I believe Francine Hughes was temporarily insane when she killed her husband. I believe that she didn’t intend for it to end that way. I believe she was a victim of domestic violence who came to believe that the only way to escape her abuser was through his death. The thought is “insane” because it isn’t true – she could have done other things to escape his abuse, but at that moment, the only answer in her mind was to kill him.

Was I on my way to becoming Francine Hughes? Are you?

11 thoughts on “Is Mimicking The Abuser A Side Effect of The Abuse?”

  1. I’m a survivor of over 12 years. Looking bad, I know that at times, I too was abusive. I did talk about this in counseling and the counselor explained that our fight or flight response system kicks in and sometimes our brains choose fight. I didn’t like how I felt afterward though so I turned inward.

  2. Islamic Hadith (Prophet’s advice) “The woman (wife) is a reflection of the man (husband)” i.e. treat her right = good wife, Abuse wife = getting back what you give to wife. More detail on another comment.

    hence “treat others how you wish to be treated” is a fact of life.

    My Religion: Islam and being a Muslim – Knowing that Allah (God) would never allow any human being to abuse another and has therefore allowed the option of divorce in the Quran is what kept me strong knowing an abusive marriage is not a blessing or to be tolerated in society.

  3. The actual response was “I make no excuses for my behaviour. But ‘abuser’. F*** off. you’re taking advantage. If you want to accuse me of such things then f*** off. I’m guessing you’ve now got the response you went out of your way to provoke. Silly little girl. Sleep well. i’ll not bother you again.” He later said “I remember arguing. I remember you giving it both barrels a lot, sometimes fair but most often needlessly. You gave as good as you got. Sometimes I was wrong, but sometimes YOU were wrong too. 50:50 as far as I remember.”
    This was all after the earlier apologies where he’d apologised and I’d said I was sorry for the things I’d said too and he’d volunteered that the things I’d said were all in eventual retalliation. Of course I was wrong at times and who was more wrong wouldn’t matter to me with anyone else. However, with him I feel like I’m trivialising the abuse if he doesn’t acknowledge what it really was and he’s done more than enough trivialising over the years without me adding to it.

  4. Thanks for this post. I was with him for five years on and off (wasn’t strong enough to actually leave first time). That was five years ago. I also went through wondering whether I was or was becoming an abuser. The info I’ve gleaned all says that abusers blame others for their actions/emotions, sometimes feel they’re the victim and I’ve definately called him names and shouted at him. Was I in denial about both of us being as bad as each other? There are several reasons why I don’t think this is the case:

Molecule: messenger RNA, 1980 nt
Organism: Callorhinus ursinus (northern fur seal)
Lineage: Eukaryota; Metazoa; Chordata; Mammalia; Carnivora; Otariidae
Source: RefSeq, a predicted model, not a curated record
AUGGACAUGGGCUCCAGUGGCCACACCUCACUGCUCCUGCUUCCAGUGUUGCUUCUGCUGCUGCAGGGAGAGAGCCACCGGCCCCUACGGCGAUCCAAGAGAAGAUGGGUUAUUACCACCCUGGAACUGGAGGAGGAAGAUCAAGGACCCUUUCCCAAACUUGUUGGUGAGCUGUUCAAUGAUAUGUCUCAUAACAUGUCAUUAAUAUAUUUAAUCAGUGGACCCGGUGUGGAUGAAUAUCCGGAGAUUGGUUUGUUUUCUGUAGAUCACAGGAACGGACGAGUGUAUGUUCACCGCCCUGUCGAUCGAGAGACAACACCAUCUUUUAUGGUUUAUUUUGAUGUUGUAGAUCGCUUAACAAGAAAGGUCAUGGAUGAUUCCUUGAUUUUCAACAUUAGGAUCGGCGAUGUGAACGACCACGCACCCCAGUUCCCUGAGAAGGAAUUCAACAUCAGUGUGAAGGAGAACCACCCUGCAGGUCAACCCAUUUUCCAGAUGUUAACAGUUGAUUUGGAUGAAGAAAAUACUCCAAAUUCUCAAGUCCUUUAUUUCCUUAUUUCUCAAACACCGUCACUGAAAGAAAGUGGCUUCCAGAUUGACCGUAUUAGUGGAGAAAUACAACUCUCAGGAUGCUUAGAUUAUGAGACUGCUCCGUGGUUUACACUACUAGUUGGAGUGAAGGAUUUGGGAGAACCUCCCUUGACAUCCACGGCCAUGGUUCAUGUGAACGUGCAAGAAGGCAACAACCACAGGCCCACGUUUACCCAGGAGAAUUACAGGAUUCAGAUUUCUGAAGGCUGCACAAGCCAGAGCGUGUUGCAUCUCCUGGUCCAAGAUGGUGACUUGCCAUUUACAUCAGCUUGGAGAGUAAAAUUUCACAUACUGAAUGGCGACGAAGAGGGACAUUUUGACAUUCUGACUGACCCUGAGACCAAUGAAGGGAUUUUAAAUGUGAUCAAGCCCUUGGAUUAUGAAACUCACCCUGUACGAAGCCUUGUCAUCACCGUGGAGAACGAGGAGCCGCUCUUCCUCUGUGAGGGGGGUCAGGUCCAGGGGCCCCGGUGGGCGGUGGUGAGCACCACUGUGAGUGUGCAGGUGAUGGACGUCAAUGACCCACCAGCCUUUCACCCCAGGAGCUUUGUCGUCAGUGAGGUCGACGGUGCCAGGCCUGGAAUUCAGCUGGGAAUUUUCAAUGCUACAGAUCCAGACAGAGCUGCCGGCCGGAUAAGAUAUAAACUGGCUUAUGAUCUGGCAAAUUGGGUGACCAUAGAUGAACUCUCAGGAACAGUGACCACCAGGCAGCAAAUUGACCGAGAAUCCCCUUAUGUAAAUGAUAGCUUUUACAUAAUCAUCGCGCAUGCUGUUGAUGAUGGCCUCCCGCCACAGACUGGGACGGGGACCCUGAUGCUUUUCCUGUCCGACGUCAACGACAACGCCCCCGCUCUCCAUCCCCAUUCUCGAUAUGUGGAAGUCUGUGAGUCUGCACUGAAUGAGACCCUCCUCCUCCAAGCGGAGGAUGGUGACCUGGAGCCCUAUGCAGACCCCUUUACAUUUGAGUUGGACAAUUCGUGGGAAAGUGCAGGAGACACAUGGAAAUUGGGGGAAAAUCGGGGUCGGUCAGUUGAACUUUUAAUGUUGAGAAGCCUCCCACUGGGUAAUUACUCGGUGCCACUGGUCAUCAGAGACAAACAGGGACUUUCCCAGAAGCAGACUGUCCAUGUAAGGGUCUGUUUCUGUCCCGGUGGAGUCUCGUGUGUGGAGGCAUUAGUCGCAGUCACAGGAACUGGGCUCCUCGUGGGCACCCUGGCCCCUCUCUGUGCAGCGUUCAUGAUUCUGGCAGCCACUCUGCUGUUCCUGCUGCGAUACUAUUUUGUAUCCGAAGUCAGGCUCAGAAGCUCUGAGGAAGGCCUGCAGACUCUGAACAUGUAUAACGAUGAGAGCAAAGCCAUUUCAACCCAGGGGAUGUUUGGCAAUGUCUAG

1) I too tried fruitlessly again and again to understand why events happened, to try a million communication styles to understand (being too naive at that point to realise I was being blocked continually), thought he must be really hurt as a result of something I’d done to act the way he did etc and compassionately try to find out what. I EVENTUALLY became abusive back in total frustration and an effort to push him away and simply couldn’t take any more hurt.
    2) I have not been like that with anyone else ever.
    3) Weapons he used were things I saw as “positive” – trust, respect, compassion, generosity
    4) The name calling from me (spineless, cowardly, scum) was an eventual response. I didn’t just come out and say those things. He would instigate the abuse, or, there would be an incident and my “abuse” would be asking why he had done x,y,z. I understand why I said those things – he was spineless for not ever apologising and his behaviour was, well scum!
    5) Some of the things he said to me were purely designed to hurt, abuse etc. I haven’t had many sexual partners and he used this as a weapon (until he realised it was my choice) at which point it became “just used you for sex”.
    6) He was always suspicious of me and couldn’t seem to grasp concept of not needing to let “arguments” escalate/feeling concern for your partner/wanting resolution etc. I BECAME suspicious of him after numerous incidents and after he’d continually abused my trust.